Suburbs See Sharpest Rise in Teenage Births; Showbiz Bump: Britney Spears
Byline: Ian Drury
AFFLUENT middle-class areas are experiencing the sharpest rises in teenagers giving birth, figures reveal.
The number of teenaged mothers is rising in two out of three constituencies - and has almost tripled in some of the leafiest suburbs..
Teenage maternity is also rising in two-thirds of the areas already worst affected, despite being targeted by Government policies to tackle the problem.
The damning statistics will further undermine Labour's claims that is getting to grips with the issue through greater sex education and contraceptive use.
Experts said young women are over-reliant on the morning-after pill or are having babies to copy so-called 'celebrity' pregnancies.
They also claimed there is a growing distaste for abortion among well-off families.
Last month official figures showed a 2.7 per cent increase in the rate of under-18 pregnancies in England and Wales last year. Britain already has the highest teenage pregnancy levels in Europe.
The latest figures uncovered by the Tories provide the first seat-byseat snapshot of the number of teenage girls giving birth.
They show women aged under 20 gave birth to 42,300 babies in England and Wales in 2006.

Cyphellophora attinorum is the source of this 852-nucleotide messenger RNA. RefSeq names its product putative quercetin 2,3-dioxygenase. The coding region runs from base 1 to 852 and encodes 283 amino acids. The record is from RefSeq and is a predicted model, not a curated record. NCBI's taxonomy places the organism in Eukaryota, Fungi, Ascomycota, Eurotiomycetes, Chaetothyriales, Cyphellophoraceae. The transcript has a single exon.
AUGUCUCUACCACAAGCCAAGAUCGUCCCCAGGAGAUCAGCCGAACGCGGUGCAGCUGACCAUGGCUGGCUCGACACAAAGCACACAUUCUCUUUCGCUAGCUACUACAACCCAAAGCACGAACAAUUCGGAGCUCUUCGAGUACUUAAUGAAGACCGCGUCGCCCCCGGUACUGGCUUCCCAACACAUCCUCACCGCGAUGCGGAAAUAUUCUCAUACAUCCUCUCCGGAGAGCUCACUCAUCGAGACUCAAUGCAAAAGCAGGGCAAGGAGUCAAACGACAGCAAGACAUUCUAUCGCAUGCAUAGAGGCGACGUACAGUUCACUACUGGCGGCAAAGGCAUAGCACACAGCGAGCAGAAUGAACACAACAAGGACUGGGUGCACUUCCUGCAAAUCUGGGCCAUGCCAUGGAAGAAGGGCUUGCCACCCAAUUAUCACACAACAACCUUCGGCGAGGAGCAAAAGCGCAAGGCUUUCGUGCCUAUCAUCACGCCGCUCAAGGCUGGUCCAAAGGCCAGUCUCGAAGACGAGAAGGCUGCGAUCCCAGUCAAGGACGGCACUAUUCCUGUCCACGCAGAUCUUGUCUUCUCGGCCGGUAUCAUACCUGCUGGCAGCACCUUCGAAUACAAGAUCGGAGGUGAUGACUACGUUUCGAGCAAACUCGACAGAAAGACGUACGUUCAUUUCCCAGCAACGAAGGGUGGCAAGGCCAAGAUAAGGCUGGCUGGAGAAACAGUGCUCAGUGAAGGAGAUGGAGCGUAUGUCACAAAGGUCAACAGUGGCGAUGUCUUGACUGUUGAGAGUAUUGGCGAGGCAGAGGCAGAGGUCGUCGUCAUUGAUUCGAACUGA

A large number of the constituencies with the highest increases would traditionally be considered wellheeled areas. A significant proportion have Tory MPs - usually voted in by affluent voters in suburbia or the shires.
The Nottingham suburb of Rushcliffe - whose MP is former Health Secretary Ken Clarke - saw the biggest increase in teenage births.
In 2006, 44 teenagers gave birth compared with only 16 in 2002 - a rise of 175 per cent.
Next on the list was the well-to-do West Yorkshire town of Pudsey, where the number of maternities to mothers aged under 20 rose from 26 to 60, or 130 per cent..
And the leafy Surrey constituency of Epsom and Ewell saw a 113 per cent rise - from 15 to 32.
Other well-heeled areas which saw huge increases included Finchley and Golders Green in North London (81 per cent), Haltemprice and Howden in East Yorkshire (76 per cent), East Devon (75 per cent) and the affluent Cheshire seat of Altrincham and Sale West (73 per cent).
The National Childbirth Trust wants schools to focus less on sex education and more on the realities of being a parent. …